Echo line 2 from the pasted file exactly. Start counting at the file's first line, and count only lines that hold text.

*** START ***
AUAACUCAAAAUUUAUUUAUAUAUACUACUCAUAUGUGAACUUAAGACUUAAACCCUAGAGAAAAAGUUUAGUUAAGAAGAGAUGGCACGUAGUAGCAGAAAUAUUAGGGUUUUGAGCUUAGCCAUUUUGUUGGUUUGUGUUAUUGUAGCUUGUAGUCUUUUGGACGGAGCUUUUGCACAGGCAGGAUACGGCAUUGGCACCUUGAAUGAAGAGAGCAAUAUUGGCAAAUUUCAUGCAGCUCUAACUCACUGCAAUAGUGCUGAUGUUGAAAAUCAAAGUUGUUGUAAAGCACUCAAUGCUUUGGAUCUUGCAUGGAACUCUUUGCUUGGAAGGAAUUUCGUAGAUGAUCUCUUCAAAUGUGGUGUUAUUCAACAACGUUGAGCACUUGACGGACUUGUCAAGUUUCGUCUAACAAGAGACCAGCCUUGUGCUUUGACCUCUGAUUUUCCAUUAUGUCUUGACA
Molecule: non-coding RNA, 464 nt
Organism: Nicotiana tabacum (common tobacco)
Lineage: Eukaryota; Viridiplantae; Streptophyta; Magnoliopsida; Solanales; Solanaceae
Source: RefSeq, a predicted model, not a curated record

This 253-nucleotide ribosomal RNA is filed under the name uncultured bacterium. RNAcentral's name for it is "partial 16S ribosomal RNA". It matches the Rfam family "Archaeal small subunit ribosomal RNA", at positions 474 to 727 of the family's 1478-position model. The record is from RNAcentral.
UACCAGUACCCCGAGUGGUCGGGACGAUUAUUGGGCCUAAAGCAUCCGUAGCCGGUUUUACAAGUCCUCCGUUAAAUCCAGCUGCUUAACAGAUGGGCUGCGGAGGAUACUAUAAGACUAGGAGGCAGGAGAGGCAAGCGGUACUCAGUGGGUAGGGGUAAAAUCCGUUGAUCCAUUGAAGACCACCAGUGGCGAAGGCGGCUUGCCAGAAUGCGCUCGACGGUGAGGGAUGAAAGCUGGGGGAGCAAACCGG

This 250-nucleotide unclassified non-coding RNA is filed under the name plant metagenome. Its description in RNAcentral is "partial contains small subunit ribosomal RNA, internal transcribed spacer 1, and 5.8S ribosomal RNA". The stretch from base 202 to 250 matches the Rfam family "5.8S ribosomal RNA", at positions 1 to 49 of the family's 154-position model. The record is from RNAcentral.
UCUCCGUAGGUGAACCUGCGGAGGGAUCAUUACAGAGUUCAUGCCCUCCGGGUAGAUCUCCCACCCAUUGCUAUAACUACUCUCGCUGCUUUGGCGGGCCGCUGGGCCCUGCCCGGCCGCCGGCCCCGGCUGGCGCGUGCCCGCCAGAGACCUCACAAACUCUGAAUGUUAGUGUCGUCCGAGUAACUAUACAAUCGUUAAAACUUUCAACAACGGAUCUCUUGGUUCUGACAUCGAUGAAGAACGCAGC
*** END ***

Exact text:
Molecule: non-coding RNA, 464 nt